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January 1989

Results of Surgical Excision of One to 13 Hepatic Metastases in 98 Consecutive Patients

Author Affiliations

From the Department of Surgery, Ohio State University College of Medicine, Columbus.

Arch Surg. 1989;124(1):46-48. doi:10.1001/archsurg.1989.01410010052012

• Metastatic carcinoma to the liver is generally considered to be associated with a poor prognosis, with five-year survival of only 20% to 30% after resection of solitary lesions. Ninety-eight consecutive patients underwent the surgical removal of one to 13 metastatic lesions from the liver. A rising carcinoembryonic antigen level was considered an indication for reexploration. All gross tumor was removed in every patient; 66 had more than one metastasis. Survival was unexpectedly high: 91 of 98 were alive at 12 months, 50 (70%) of 71 at 13 to 24 months, 23 (66%) of 36 at 25 to 36 months, 14 (74%) of 19 at 37 to 48 months, six (60%) of ten at 49 to 60 months, four (80%) of five at 61 to 72 months, and two (50%) of four 73 to 84 months after resection of multiple liver metastases. The procedure appears to be a safe and, in some patients, beneficial surgical technique for the removal of multiple hepatic metastases.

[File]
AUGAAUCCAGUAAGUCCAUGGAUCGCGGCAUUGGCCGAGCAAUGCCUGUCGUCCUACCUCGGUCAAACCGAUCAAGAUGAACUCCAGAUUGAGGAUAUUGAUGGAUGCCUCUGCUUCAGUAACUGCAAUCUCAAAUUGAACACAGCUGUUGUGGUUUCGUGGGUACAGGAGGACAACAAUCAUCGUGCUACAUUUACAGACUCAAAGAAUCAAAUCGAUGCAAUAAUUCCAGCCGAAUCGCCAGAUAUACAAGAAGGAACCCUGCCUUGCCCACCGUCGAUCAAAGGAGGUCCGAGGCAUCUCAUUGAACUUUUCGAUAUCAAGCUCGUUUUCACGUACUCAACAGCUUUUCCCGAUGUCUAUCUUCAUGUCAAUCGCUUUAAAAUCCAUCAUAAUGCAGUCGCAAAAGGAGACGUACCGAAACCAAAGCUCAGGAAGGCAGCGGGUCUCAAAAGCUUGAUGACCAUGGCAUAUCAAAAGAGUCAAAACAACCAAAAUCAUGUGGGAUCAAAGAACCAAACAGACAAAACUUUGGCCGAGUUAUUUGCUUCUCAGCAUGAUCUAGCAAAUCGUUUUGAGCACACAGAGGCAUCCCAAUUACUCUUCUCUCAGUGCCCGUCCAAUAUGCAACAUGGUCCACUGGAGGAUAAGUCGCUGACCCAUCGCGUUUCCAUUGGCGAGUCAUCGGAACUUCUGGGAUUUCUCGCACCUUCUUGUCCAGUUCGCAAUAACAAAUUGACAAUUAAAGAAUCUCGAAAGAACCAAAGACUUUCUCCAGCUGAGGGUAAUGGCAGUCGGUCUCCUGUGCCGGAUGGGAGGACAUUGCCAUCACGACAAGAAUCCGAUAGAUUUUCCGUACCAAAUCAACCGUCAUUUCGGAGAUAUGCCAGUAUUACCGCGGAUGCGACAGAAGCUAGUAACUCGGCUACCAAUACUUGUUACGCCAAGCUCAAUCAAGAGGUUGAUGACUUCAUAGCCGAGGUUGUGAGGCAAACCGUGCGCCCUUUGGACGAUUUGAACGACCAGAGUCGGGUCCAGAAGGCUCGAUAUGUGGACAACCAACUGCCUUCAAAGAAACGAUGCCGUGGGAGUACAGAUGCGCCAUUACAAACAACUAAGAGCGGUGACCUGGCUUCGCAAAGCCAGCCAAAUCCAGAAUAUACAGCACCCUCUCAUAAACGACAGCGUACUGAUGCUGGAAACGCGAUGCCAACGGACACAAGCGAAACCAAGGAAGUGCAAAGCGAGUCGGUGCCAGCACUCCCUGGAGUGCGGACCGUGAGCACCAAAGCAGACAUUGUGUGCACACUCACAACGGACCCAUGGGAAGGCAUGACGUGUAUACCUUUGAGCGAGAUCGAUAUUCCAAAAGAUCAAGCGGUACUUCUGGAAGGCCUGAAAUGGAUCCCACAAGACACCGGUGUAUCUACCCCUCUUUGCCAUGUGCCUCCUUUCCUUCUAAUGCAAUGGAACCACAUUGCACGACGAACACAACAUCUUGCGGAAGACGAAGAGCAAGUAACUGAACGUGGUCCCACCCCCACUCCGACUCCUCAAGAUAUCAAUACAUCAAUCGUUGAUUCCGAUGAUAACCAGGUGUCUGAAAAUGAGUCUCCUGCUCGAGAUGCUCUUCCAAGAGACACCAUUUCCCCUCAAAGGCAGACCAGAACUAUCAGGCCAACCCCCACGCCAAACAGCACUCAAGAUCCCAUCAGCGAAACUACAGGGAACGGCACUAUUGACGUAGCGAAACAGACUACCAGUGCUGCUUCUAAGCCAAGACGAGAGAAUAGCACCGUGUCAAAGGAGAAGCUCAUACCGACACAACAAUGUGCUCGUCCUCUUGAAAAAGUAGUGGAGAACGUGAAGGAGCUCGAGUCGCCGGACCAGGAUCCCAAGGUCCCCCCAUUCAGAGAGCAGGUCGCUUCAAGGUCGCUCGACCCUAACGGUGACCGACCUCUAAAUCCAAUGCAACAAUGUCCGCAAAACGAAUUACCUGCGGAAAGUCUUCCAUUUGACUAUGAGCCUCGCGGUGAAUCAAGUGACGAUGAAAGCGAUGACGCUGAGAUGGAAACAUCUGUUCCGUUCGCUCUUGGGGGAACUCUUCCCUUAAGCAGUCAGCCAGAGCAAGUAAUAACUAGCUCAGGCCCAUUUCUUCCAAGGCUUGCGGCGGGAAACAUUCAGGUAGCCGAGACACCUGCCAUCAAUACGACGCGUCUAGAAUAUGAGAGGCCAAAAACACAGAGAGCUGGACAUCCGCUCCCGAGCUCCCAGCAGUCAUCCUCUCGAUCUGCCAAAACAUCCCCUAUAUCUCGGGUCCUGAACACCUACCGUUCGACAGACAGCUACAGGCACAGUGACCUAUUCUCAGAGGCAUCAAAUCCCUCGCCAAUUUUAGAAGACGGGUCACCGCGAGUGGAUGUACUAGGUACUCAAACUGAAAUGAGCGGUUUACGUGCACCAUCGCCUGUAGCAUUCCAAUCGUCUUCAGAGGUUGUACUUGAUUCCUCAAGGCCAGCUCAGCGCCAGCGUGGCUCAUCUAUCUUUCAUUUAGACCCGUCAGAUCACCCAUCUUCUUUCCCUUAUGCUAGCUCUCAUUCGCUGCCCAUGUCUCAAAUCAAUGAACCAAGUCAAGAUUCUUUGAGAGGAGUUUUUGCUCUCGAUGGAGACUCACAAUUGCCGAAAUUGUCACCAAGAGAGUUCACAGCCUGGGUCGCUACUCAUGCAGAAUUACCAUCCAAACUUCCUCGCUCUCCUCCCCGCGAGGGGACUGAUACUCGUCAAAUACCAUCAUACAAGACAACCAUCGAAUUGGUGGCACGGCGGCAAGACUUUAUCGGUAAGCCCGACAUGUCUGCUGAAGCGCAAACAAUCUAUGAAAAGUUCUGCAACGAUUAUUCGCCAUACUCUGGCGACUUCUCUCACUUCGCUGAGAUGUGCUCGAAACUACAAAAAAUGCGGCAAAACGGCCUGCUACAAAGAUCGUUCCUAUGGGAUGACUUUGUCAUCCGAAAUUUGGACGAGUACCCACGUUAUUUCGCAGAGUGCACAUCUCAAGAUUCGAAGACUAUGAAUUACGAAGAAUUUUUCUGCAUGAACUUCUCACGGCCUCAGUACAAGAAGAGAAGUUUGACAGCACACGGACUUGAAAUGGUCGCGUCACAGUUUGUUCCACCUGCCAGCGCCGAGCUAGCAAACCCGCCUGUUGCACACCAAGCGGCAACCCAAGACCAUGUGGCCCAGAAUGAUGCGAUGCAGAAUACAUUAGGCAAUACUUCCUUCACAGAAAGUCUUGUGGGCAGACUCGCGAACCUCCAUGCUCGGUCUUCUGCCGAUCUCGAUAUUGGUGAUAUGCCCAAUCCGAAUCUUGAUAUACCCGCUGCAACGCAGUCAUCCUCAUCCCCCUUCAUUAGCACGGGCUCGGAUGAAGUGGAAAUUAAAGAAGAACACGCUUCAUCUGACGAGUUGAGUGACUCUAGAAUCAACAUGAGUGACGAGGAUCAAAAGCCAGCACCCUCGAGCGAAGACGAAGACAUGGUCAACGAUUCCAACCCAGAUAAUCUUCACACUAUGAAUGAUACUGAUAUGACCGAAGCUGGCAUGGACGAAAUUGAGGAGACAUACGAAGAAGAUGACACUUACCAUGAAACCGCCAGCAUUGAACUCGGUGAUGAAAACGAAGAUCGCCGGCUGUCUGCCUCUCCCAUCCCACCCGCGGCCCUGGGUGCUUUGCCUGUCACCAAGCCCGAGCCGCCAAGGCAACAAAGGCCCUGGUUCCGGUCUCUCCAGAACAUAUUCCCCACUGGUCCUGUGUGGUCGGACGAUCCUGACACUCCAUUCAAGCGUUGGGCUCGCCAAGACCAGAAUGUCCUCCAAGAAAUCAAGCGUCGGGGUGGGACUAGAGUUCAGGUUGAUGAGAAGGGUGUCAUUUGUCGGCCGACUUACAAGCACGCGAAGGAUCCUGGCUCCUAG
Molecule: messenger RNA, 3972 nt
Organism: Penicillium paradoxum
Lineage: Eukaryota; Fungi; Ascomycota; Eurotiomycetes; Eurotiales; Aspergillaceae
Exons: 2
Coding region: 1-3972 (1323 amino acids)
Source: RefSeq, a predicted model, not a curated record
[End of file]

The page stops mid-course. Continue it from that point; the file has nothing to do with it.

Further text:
(Arch Surg 1989;124:46-48)

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